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Loading CSS Into WordPress the Right Way

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Without CSS, you have very limited choices to style your web pages. And without proper CSS inclusion inside WordPress, you can make it extremely hard for your theme's users to customize the theme's styling. 

In this tutorial, we're going to have a look at the right way to enqueue CSS into WordPress.

WordPress is currently the most popular content management system in the world, and it has tens of millions of users. That's why, in order to make a successful theme, we need to think as every single WordPress user and try to go by the book and load our CSS files in our themes properly.

The Wrong Way to Load CSS in WordPress

Over the years, WordPress has grown its code in order to make it more and more flexible, and enqueueing CSS and JavaScript was a move on that direction. Our bad habits remained for a while, though. With knowing that WordPress introduced CSS and JavaScript enqueueing, we continued to add this code into our header.php files:

<link rel="stylesheet" href="<?php echo get_stylesheet_uri(); ?>">

...or we added the code below into our functions.php files, thinking it was better:

<?php

function add_stylesheet_to_head() {
	echo "<link href='http://fonts.googleapis.com/css?family=Open+Sans' rel='stylesheet' type='text/css'>";
}

add_action( 'wp_head', 'add_stylesheet_to_head' );

?>

In the cases above, WordPress can't determine whether the CSS files are loaded in the page or not. That might be an awful mistake! 

If another plugin uses the same CSS file, it wouldn't be able to check if the CSS file has already been included in the page. Then the plugin loads the same file for a second time, resulting in duplicate code.

Luckily, WordPress has a pretty easy solution to problems like this: registering and enqueueing stylesheets.

The Right Way to Load CSS in WordPress

As we said earlier, WordPress has grown a lot over the years and we have to think about every single WordPress user in the world. 

In addition to them, we also have to take thousands of WordPress plugins into account. But don't let these big numbers scare you: WordPress has pretty useful functions for us to properly load CSS styles into WordPress.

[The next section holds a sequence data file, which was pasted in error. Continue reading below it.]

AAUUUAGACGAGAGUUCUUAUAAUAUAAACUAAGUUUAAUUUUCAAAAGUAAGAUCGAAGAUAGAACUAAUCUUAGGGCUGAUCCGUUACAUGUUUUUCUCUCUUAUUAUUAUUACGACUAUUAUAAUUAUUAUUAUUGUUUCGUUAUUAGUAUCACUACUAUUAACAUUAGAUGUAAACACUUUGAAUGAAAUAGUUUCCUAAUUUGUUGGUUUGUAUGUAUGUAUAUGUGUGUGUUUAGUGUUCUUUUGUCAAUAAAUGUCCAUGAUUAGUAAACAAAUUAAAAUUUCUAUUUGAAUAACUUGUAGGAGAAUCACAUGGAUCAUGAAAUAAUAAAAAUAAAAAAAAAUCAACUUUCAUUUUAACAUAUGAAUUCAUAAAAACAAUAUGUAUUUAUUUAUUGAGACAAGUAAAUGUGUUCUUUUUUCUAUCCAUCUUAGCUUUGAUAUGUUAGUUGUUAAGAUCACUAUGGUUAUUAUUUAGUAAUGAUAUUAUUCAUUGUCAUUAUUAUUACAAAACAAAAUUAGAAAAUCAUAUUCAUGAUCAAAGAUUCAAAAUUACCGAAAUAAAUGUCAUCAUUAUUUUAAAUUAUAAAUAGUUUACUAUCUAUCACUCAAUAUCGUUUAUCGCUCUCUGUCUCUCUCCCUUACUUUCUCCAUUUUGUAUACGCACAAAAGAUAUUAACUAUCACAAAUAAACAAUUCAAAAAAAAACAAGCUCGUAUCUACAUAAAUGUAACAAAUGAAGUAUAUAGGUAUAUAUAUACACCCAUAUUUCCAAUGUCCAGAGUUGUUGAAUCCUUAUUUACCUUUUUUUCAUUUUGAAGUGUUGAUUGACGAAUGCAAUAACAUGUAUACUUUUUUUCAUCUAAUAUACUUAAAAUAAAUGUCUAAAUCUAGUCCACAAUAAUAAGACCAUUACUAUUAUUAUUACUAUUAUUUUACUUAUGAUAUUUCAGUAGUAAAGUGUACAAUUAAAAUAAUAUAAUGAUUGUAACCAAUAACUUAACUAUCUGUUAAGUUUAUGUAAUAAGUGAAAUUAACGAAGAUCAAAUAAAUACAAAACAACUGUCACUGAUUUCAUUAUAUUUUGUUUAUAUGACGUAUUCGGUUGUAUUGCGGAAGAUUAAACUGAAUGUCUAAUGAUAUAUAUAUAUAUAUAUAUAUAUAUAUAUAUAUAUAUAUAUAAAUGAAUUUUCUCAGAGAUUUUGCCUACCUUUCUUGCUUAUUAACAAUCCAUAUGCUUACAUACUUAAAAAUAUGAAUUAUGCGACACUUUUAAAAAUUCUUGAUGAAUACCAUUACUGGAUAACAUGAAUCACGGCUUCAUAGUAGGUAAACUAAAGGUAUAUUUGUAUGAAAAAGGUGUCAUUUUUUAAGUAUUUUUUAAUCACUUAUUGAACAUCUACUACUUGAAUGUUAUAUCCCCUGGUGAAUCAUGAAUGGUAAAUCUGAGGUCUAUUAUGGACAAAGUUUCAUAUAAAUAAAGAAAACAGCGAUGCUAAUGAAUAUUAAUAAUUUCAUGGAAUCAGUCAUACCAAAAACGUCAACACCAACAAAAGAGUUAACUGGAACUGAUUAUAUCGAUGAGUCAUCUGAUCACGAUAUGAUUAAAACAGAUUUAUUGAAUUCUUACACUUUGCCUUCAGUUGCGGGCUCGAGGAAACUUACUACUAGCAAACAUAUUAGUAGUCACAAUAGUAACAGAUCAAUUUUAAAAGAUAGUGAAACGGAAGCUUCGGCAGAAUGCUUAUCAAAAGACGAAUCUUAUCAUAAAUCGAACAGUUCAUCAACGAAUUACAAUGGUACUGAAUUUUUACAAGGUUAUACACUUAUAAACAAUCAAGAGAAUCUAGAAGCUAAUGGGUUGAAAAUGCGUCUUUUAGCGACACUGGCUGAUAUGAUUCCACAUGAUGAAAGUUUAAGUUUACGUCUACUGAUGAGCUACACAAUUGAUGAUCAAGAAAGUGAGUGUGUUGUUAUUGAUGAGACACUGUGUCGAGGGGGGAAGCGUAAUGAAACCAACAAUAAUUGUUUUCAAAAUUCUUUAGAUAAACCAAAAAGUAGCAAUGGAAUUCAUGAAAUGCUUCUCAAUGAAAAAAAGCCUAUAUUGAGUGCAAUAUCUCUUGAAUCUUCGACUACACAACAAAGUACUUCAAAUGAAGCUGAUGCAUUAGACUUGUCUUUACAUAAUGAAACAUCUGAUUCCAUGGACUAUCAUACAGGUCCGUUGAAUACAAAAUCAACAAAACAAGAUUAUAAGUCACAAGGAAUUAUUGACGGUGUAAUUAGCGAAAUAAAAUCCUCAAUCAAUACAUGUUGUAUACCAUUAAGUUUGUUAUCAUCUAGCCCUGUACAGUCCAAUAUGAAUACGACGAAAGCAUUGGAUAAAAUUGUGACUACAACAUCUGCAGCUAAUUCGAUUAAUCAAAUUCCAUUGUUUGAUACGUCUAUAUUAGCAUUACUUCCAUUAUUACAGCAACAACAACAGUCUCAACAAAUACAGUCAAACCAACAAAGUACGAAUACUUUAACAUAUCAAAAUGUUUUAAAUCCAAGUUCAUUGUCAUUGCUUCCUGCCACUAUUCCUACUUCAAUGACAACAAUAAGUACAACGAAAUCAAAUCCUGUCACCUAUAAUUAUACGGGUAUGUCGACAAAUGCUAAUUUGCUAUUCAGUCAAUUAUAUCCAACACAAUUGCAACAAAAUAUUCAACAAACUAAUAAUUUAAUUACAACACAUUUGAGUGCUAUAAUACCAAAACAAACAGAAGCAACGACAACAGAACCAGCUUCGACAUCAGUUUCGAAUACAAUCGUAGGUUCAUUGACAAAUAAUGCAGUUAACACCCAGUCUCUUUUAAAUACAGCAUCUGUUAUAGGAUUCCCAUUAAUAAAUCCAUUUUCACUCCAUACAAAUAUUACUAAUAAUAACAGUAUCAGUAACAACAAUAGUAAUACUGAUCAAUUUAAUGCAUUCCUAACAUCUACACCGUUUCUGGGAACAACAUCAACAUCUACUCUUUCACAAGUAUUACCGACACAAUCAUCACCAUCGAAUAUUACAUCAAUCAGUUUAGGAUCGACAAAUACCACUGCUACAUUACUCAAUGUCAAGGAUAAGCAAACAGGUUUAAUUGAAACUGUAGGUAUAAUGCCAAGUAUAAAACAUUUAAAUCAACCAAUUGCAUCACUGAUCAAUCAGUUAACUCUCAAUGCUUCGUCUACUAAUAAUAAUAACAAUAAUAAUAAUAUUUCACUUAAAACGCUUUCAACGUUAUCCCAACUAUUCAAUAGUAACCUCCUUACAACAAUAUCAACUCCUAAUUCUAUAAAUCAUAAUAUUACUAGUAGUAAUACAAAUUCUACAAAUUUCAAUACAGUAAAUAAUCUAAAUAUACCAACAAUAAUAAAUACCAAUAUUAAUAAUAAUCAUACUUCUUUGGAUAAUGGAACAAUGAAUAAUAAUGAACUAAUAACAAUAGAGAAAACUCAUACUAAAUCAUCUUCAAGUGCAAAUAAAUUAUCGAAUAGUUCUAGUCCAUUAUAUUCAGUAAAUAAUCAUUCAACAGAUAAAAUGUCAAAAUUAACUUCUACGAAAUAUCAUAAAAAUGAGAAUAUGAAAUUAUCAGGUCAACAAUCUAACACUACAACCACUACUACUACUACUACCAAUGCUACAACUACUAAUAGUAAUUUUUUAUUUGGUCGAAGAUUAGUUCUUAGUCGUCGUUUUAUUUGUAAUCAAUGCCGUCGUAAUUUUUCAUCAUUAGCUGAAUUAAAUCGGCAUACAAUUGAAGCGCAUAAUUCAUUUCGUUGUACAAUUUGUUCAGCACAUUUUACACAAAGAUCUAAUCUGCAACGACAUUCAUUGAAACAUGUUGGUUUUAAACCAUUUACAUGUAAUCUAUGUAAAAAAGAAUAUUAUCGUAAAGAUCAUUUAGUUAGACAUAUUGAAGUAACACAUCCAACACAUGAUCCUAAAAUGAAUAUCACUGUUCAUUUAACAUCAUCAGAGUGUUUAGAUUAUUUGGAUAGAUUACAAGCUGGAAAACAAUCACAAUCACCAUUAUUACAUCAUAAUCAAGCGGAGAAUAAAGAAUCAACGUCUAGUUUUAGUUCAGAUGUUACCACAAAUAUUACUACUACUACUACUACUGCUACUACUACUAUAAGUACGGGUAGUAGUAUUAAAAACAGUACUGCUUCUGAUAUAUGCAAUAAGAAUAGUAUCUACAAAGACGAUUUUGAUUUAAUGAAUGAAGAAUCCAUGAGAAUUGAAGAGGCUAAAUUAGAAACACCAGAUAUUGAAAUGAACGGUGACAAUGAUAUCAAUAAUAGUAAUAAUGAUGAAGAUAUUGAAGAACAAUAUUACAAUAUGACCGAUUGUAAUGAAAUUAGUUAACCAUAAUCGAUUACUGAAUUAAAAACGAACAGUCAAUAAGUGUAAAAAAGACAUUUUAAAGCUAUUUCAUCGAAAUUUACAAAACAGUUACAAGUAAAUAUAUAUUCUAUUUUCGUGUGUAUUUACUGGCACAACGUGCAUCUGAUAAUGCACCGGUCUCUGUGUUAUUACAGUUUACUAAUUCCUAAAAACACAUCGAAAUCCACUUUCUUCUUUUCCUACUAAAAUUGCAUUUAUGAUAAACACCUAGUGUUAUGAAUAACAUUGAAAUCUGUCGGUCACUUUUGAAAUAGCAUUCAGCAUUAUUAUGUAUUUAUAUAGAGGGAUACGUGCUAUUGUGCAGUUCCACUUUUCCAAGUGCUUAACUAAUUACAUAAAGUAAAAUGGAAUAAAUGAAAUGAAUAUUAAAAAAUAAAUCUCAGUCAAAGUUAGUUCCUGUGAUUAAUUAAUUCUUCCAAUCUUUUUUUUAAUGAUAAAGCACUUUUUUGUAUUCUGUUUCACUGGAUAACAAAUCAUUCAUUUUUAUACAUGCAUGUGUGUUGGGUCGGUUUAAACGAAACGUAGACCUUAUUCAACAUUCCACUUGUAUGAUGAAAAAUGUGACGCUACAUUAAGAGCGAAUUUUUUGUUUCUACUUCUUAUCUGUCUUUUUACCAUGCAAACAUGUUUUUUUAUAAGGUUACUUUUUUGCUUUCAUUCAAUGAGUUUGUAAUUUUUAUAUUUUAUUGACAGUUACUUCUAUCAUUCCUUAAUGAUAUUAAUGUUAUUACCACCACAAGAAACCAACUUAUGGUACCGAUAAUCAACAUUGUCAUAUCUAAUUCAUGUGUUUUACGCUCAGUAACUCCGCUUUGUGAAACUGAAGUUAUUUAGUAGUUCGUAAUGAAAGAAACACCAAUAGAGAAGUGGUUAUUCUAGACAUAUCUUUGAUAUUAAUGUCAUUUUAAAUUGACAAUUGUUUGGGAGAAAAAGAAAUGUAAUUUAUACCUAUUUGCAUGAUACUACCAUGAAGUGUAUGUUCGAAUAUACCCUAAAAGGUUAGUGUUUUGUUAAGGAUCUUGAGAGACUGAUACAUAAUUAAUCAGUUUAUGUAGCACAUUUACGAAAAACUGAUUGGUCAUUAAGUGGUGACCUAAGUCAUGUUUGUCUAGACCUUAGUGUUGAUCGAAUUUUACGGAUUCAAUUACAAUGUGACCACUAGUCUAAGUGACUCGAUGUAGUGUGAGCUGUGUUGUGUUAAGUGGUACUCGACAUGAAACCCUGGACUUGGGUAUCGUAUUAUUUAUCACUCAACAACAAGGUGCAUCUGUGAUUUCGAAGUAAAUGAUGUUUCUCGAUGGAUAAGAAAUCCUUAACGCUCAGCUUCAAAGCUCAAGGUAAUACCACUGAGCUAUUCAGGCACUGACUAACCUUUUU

Let's have a look.

Registering the CSS Files

If you're going to load CSS stylesheets, you should register them first with the wp_register_style() function:

<?php
wp_register_style( $handle, $src, $deps, $ver, $media );
?>
  • $handle (string, required) is unique name for your stylesheet. Other functions will use this "handle" to enqueue and print your stylesheet.
  • $src (string, required) refers to the URL of the stylesheet. You can use functions like get_template_directory_uri() to get the style files inside your theme's directory. Don't ever think about hard-coding it!
  • $deps (array, optional) handles names for dependent styles. If your stylesheet won't work if some other style file is missing, use this parameter to set the "dependencies".
  • $ver (string or boolean, optional) is the version number. You can use your theme's version number or make up one, if you want. If you don't want to use a version number, set it to null. It defaults to false, which makes WordPress add its own version number.
  • $media (string, optional) is the CSS media types like "screen" or "handheld" or "print". If you're not sure you need to use this, don't use it. It defaults to "all".

Here's an example to the wp_register_style() function:

<?php

// wp_register_style() example
wp_register_style(
	'my-bootstrap-extension', // handle name
	get_template_directory_uri() . '/css/my-bootstrap-extension.css', // the URL of the stylesheet
	array( 'bootstrap-main' ), // an array of dependent styles
	'1.2', // version number
	'screen', // CSS media type
);

?>

Registering styles is kind of "optional" in WordPress. If you don't think your style is going to be used by any plugin or you're not going to use any code to load it again, you're free to enqueue the style without registering it. See how it's done below.

Enqueueing the CSS Files

After registering our style file, we need to "enqueue" it to make it ready to load in our theme's <head> section. 

We do this with the wp_enqueue_style() function:

<?php
wp_enqueue_style( $handle, $src, $deps, $ver, $media );
?>

The parameters are exactly the same with the wp_register_style() function, so no need for repeating them. 

But as we said the wp_register_style() function isn't mandatory, I should tell you that you can use wp_enqueue_style() in two different ways:

<?php

// if we registered the style before:
wp_enqueue_style( 'my-bootstrap-extension' );

// if we didn't register it, we HAVE to set the $src parameter!
wp_enqueue_style(
	'my-bootstrap-extension',
	get_template_directory_uri() . '/css/my-bootstrap-extension.css',
	array( 'bootstrap-main' ),
	null, // example of no version number...
	// ...and no CSS media type
);

?>

Keep in mind that if a plugin will need to find your stylesheet or you intend to load it in various parts in your theme, you should definitely register it first.

Loading the Styles Into Our Website

We can't just use the wp_enqueue_style() function anywhere in our theme – we need to use "actions". There are three actions we can use for various purposes: